SCP + spaces

When copying a file from one host to another using SCP (as one does) if the pathname of the “to” location contains spaces it has to be double-escaped, since the path is interpreted twice, once by your system and again by the “from” system.

E.g. copying files from quasar to singularity, where there is a space in the latter path requires:

scp -v”‘/somewhere/A\ Directory\ With\ Spaces/'”

The first system (in this case my laptop) interprets the outer quotes, then the remote system we’re copying a file from interprets the contents of the inner ones.

Heavens help you if you want to copy a file with a quote in its name!


Our file server Singularity has long run OpenBSD, this has been alright however we’ve constantly bumped up against the limits of its filesystem and other architectural issues which make is tedious to use for multi-terabyte storage. We made the decision to move it to FreeBSD, which has much better support for such a task as well as generally higher kernel performance.

The downside to FreeBSD is that it has a less coherent userland experience. The default shell isn’t very usable, the installer downright sucks and the places it puts some files is quite strange. For example installing software from either packages (binaries) or ports (source) tends to install the binaries and configuration under /usr/, e.g. binaries go in /usr/sbin/, config files in /usr/local/etc/ and init scripts in /usr/local/etc/rc.d/

Aside from being quite strange this makes finding things twice as annoying, as there’s two places they could be hiding.

These are only really minor annoyances however. I actually find the rc.d system to be fairly nicely implemented compared to Debian’s init.d. Once you get Bash and set your shell up the system is perfectly usable, it’s just that you have to do this whereas OpenBSD comes with it all by default.

The migration process involved:

1. Making a copy of all the data, along with a backup copy “just in case”
2. Swapping the main storage array drives for larger ones
3. Installing FreeBSD on the system disk
4. Setting up the volume, restoring from the copy
5. Setting up access services, AFP, SMB and mDNSResponder (to allow the server to be discovered automatically by Mac OSX’s Finder)
6. Setting up a new backup scheme (which will feature in a later blog post)

As a bit of background Singularity is a fairly normal ATX-based PC system with a hardware RAID card from Areca which gives us up to 4 disk RAID configurations. The previous setup was a 4x1TB RAID5 (3TB effective storage before overheads, about 2.5 after). The new setup will be 4x2TB RAID5 (6TB, or 5TB in practice). The system also has a 4 disk backplane to allow for the swapping out of two backup sets comprised of 4 hard disks each.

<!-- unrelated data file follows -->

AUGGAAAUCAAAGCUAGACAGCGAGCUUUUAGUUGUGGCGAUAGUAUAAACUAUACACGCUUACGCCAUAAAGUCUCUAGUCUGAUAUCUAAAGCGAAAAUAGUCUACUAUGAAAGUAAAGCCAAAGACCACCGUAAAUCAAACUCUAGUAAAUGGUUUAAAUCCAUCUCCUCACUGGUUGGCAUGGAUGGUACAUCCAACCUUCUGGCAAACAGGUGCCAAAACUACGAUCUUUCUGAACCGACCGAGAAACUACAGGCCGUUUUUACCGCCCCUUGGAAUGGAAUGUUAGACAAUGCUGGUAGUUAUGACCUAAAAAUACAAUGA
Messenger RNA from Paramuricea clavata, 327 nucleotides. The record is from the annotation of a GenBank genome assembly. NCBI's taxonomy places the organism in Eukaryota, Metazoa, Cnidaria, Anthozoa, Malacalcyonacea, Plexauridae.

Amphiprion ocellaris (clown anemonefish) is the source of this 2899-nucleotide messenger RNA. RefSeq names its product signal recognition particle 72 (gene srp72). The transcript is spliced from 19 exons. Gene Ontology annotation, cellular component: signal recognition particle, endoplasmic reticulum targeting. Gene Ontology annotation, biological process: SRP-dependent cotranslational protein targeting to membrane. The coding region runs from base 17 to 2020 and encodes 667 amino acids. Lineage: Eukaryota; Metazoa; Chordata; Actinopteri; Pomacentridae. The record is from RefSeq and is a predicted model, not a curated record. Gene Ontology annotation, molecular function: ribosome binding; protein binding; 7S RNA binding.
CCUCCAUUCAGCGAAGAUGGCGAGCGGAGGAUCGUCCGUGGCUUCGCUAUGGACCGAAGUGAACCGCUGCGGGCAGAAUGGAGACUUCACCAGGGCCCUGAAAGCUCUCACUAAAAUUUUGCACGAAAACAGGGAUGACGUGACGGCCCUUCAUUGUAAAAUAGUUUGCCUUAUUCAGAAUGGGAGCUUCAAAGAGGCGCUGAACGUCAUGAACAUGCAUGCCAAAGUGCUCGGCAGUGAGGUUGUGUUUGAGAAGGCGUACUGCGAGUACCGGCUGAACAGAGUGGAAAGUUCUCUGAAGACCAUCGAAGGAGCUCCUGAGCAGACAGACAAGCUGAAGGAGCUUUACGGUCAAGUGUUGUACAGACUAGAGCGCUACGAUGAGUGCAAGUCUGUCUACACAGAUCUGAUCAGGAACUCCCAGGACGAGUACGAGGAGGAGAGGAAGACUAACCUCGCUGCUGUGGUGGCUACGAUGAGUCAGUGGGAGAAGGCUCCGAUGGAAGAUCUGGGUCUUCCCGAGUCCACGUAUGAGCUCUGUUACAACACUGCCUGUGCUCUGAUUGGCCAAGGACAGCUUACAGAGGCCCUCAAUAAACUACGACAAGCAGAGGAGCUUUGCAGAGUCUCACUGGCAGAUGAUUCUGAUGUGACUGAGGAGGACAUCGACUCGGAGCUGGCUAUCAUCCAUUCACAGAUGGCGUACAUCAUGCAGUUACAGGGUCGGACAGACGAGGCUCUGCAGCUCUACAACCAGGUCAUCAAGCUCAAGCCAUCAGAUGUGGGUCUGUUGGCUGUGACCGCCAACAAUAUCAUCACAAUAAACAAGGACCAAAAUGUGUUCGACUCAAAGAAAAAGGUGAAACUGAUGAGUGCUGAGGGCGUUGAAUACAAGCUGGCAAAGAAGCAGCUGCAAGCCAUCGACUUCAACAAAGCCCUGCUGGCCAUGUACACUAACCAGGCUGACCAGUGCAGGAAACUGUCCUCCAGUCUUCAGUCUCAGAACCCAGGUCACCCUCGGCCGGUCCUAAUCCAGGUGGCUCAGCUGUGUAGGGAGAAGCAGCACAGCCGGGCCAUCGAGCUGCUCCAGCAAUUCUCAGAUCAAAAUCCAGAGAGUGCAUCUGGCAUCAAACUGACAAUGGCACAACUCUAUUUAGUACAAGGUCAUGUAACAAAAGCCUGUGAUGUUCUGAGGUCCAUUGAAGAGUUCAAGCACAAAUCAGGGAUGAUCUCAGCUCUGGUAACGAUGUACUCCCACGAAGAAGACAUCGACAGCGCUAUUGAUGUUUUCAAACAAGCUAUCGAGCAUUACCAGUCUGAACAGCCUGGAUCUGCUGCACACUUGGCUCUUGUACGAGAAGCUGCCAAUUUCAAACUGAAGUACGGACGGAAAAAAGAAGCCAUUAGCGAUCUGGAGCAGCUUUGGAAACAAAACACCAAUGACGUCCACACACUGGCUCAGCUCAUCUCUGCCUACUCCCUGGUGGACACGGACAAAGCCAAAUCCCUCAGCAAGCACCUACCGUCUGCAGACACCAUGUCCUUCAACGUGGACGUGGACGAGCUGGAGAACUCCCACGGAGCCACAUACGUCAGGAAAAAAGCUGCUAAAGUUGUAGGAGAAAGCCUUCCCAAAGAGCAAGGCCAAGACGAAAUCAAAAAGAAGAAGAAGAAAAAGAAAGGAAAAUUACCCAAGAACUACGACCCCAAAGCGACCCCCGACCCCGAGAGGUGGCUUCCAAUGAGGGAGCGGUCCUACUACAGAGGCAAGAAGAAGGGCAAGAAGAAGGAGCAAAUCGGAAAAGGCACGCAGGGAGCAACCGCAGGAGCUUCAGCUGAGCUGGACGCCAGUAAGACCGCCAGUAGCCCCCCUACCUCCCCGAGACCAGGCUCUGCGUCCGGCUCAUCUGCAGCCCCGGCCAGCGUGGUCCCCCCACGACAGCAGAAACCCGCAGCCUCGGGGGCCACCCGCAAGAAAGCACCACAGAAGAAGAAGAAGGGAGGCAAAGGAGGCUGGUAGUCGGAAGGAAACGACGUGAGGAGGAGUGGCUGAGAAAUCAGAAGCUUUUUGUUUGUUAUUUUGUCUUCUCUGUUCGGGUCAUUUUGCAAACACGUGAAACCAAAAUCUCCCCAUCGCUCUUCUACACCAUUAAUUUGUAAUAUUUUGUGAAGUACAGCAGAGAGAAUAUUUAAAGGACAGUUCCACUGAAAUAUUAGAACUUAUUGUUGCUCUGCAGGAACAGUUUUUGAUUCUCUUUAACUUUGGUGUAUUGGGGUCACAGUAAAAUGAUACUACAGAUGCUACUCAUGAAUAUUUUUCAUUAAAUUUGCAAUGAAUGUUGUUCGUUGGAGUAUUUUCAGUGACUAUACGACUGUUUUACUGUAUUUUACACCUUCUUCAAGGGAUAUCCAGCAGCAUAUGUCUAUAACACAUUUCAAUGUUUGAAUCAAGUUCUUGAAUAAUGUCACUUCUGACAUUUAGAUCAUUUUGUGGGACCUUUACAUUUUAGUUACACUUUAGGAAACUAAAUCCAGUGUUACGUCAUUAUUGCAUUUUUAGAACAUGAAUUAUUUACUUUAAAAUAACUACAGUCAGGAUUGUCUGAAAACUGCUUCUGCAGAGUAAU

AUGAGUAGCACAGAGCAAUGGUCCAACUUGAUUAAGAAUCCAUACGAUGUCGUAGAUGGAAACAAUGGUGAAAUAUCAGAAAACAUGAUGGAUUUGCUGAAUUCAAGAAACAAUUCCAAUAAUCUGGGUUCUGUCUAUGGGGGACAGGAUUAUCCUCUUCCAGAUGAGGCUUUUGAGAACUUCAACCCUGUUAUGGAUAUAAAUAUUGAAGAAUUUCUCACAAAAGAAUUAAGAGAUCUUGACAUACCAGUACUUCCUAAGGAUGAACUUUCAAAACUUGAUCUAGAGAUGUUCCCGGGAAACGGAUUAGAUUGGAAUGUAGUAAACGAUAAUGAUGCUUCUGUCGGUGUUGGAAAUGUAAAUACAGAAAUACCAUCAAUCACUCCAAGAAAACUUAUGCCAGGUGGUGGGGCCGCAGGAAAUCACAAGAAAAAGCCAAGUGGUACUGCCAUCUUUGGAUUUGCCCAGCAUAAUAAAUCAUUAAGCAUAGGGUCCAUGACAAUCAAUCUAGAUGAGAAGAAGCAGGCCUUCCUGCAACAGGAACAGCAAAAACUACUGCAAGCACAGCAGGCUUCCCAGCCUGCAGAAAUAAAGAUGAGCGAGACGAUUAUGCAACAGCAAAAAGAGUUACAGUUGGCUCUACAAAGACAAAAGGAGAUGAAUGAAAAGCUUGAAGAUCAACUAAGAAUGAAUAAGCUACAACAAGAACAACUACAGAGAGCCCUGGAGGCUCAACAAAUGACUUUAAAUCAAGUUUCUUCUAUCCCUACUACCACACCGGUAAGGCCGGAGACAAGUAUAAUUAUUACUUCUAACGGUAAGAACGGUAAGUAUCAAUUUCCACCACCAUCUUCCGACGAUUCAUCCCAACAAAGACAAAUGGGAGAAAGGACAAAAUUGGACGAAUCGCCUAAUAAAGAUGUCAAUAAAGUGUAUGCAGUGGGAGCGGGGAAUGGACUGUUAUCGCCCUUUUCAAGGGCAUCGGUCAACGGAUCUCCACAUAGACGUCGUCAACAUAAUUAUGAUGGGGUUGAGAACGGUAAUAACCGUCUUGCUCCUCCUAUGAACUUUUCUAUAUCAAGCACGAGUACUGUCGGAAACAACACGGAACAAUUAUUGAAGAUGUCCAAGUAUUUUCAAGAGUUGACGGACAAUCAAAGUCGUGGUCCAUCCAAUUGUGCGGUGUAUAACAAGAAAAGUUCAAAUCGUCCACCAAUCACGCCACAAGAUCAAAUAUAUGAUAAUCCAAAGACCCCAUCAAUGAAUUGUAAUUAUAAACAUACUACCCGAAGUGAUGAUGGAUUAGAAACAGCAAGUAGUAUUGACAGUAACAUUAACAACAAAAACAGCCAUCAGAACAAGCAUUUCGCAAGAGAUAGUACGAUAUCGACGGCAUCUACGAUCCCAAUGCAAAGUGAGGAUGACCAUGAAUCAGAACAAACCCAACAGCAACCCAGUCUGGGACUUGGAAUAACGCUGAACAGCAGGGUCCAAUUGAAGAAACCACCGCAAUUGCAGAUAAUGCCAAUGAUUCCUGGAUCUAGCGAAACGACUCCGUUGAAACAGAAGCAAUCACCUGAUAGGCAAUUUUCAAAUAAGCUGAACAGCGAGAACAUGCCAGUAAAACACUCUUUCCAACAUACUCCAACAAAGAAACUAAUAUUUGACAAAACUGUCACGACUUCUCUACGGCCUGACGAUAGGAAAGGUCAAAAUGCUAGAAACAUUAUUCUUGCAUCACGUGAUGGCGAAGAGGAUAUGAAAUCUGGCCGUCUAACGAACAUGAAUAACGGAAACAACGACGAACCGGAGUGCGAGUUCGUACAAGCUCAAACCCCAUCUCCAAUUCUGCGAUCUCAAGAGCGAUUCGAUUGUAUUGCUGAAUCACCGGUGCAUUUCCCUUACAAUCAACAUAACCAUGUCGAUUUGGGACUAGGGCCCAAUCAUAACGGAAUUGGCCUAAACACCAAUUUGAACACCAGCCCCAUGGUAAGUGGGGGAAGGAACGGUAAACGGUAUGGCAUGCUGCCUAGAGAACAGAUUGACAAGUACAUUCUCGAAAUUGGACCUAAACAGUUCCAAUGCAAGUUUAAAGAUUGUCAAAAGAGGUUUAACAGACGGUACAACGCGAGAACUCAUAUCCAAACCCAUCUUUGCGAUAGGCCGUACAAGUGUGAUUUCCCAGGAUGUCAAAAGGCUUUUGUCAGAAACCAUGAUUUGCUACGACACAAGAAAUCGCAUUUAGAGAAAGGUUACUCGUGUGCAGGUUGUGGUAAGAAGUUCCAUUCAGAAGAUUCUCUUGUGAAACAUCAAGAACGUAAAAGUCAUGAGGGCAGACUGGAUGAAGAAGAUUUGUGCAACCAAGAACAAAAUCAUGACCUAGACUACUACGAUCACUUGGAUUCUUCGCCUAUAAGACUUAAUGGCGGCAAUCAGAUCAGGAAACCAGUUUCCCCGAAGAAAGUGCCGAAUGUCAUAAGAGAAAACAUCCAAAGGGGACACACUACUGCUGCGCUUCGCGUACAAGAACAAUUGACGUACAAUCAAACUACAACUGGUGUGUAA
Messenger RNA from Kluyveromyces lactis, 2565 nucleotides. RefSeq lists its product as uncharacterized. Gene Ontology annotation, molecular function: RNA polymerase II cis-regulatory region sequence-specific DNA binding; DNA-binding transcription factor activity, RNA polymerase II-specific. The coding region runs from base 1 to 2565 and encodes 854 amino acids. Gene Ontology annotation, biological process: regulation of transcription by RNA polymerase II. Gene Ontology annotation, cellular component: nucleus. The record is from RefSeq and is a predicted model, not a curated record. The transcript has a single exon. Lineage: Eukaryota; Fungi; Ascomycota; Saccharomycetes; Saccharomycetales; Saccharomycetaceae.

Stage 1
This was fairly easy, we just split the data into 4 folders (2 1TB in size, the other two 500GB as these were the disk sizes available) and copied the data over. We had experimented with simply migrating the main storage volume over to FreeBSD but found incompatibilities in the disklabel structure between OpenBSD and FreeBSD. It looks like OpenBSD went with extensions to the disklabel format to allow it to support 2TB+ partitions which FreeBSD doesn’t understand (probably because FreeBSD uses GUID partition tables natively instead).

Stage 2
Owing to the sensible design of the case, this was fairly easy. I’ll put up pictures later

Stage 3
FreeBSD installation was fairly standard. We avoided installing X11 since this is a headless system and the shell is perfectly adequate. Post-installation various userland configuration was done along with setting up networking etc.

Stage 4
Setting up the volume was again very straightforward. We used the standard GUID partition table along with a UFS2 filesystem. Since it will be exclusively used for storage the volume doesn’t permit execution or setuid. It’s mounted at the root of the filesystem as /store/

During this stage of the process we started to copy the data back from the OpenBSD formatted disks. The two 500GB disks worked perfectly, however the 1TB ones appeared to have a different disklabel format that FreeBSD wasn’t happy to read. From the looks of it OpenBSD had set up the disklabel with an OpenBSD-specific partition in DOS partition 4, then put another partition table inside that one with the more usual scheme. Quite why it did this I don’t know. The eventual solution was to install OpenBSD temporarily onto another machine and use that to copy the files across the network.

Stage 5
Key services which needed to be configured were:
AFP (netatalk) – Mac-style file sharing
SMB (samba) – Windows-style file sharing
mDNSResponder – a form of zeroconf networking technology which permits local network service discovery

I’ll go into each of these in more detail in future posts.

Overall the process so far has been an interesting learning experience. I think if I were going to do this again I’d definitely consider simply copying the files over the network to begin with. It’s quite annoying that it isn’t incompatibilities in the filesystem itself which have caused us issues but rather incompatibilities in the disklabel format between the two OSes.

IMP – Or how I learned to stop worrying and love the crypto

So it appears our government wants to resurrect plans for the Interception Modernisation Program, which was dropped by our previous government owing to massive cost and huge controversy. If indeed they do want to return to the same idea of recording every contact between individuals on the Internet (which was the main jist of the original proposal) then the next couple of years could get pretty interesting for the Internet in the UK.